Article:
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26 February 2020 | Story Leonie Bolleurs
Vegetable tunnels
Two vegetable tunnels were recently established on the UFS Bloemfontein Campus to contribute to the fight against food insecurity.

Food insecurity is a problem on university campuses worldwide. The three campuses of the University of the Free State (UFS) are not exempt from this plight. Research findings indicate that more than 64% of students at the university go through periods of hunger.

Annelize Visagie, , from the Division of Student Affairs who is heading the Food Environment Office at the UFS, confirms that food insecurity at higher education institutions is not a new phenomenon.

In a study with first-year students as focus, Visagie found that academic performance declines and coping mechanisms increase as the severity of food insecurity increases.

“Students use different coping mechanisms, with an alarming percentage of students (40,6%) using fasting as an excuse to friends for not having food, 60% of students skipping meals because they do not have enough money, and 43,2% of students being too embarrassed to ask for help.”

Visagie states that various factors contribute to this alarming scenario, with the main reason being that the majority of students come from impoverished economic and social circumstances. This suggests that although students receive NSFAS funding or any other bursary, it is not a guarantee that they are food secure.

Focus on student wellbeing
Aligning with the UFS strategic goal of improving student success and wellbeing, UFS staff is working hard to implement initiatives and obtain sponsorships and food donations to ensure that students do not go hungry.

Members of the university’s Food Environment Project, Drs Johan van Niekerk and JW Swanepoel from the Centre for Sustainable Agriculture, Rural Development and Extension (CENSARDE), and Karen Scheepers from the Division of Student Affairs who is heading KovsieAct partnered to move the existing vegetable tunnels on the UFS experimental farm to the Bloemfontein Campus.

The construction of the tunnels and boxes was financed by Tiger Brands. Professor Michael Rudolph and Dr Evans Muchesa who are involved with the Siyakhana Food Gardens, assisted with the training of students and consultation throughout the project.

The two tunnels (30 m x 10 m each) are covered with netting, and two water tanks with pumps are fitted to provide the necessary irrigation.

Vegetables add value
Dr Swanepoel explains: “In each tunnel there are 20 raised wooden boxes. Each residence received one box where they planted one type of vegetable crop, including Swiss chard, cabbage, carrots, beet, kale, and broccoli.”

Residence Committee members from all on- and off-campus student communities in civic and social-responsibility portfolios, as well as civic and social-responsibility student associations, received the necessary training to plant vegetables.

The vegetables were planted in mid-February and the first harvest is expected around mid-April.

This initiative, which will help students in the near future to keep the hunger pangs at bay in a healthy way, adds to the existing No Student Hungry programme. Visagie says it is important for the university to assist students in making healthy choices and to educate them on decisions to secure nutritional food for themselves.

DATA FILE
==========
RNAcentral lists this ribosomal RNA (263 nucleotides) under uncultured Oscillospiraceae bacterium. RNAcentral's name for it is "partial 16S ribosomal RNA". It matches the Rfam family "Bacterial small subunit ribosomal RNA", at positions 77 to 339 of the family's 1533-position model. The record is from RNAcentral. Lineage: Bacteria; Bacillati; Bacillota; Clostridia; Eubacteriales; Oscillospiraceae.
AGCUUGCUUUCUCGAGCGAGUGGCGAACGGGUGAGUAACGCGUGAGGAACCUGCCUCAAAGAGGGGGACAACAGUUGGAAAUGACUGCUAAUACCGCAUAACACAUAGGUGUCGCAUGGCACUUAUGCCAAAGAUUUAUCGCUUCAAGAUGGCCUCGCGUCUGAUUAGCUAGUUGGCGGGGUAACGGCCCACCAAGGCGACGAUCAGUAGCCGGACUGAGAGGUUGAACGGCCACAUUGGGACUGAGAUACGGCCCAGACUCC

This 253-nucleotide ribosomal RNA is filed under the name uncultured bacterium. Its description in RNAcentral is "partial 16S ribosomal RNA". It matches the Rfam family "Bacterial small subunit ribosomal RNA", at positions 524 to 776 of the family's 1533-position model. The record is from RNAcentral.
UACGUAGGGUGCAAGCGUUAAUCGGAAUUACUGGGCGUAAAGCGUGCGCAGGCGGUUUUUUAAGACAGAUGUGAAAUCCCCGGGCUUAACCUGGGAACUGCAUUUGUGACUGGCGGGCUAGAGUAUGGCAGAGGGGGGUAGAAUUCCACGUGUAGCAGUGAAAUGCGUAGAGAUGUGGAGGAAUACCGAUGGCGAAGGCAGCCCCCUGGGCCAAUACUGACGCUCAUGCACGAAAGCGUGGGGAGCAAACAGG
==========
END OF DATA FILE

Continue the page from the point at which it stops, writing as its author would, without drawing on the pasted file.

In addition, the university also received food parcels from Rise Against Hunger, together with donations from organisations such as Gift of the Givers – providing 200 food parcels to students on the Qwaqwa Campus, and the recent donation from Tiger Brands – providing 500 food parcels to students.

News Archive

Free State University Choir wins competition in Prague
2009-12-15

This past weekend, the Free State University Choir, under the directorship of Mr Corné van Pletzen, won the Christmas Music Festival Competition in Prague in the Czech Republic. 25 choirs from amongst others Spain, Hungary, Slovakia and Russia also participated in the competition.

It is the first time in the 10 years that the Christmas Music Festival Competition is presented that an overall winner of the festival and the competition was announced.

The choir originally only participated in the festival part of the Christmas Music Festival. Later, at the end of the competition, they were asked by the judges to prepare a song for the prize-giving ceremony, not knowing that the judges were judging them for the competition.

Mr Van Pletzen said, “Finally, after all prizes had been handed out, a trumpet fanfare announced the Free State University Choir as the overall winner of the competition. Our choir was also requested to close the competition with a song; that we did, whereupon our students sang the National Anthem with pride and with tears in their eyes.

The choir’s presentation was unique as they included a great variety of songs in their programme, amongst others some of Mr Van Pletzen’s own compositions and a song from Africa, Wana Baraka.

According to Mr Van Pletzen, six of the choirs obtained more than 90% during the competition. The Free State University Choir was however overwhelmed with positive feedback on the standard of their presentation from the audience, other participating choirs as well as the judges.

Most of the 38 choir members have already been members of this choir for three years now and this is the third time that most of them are singing overseas.

They will bring home a beautiful glass trophy.


Mr Corné van Pletzen.

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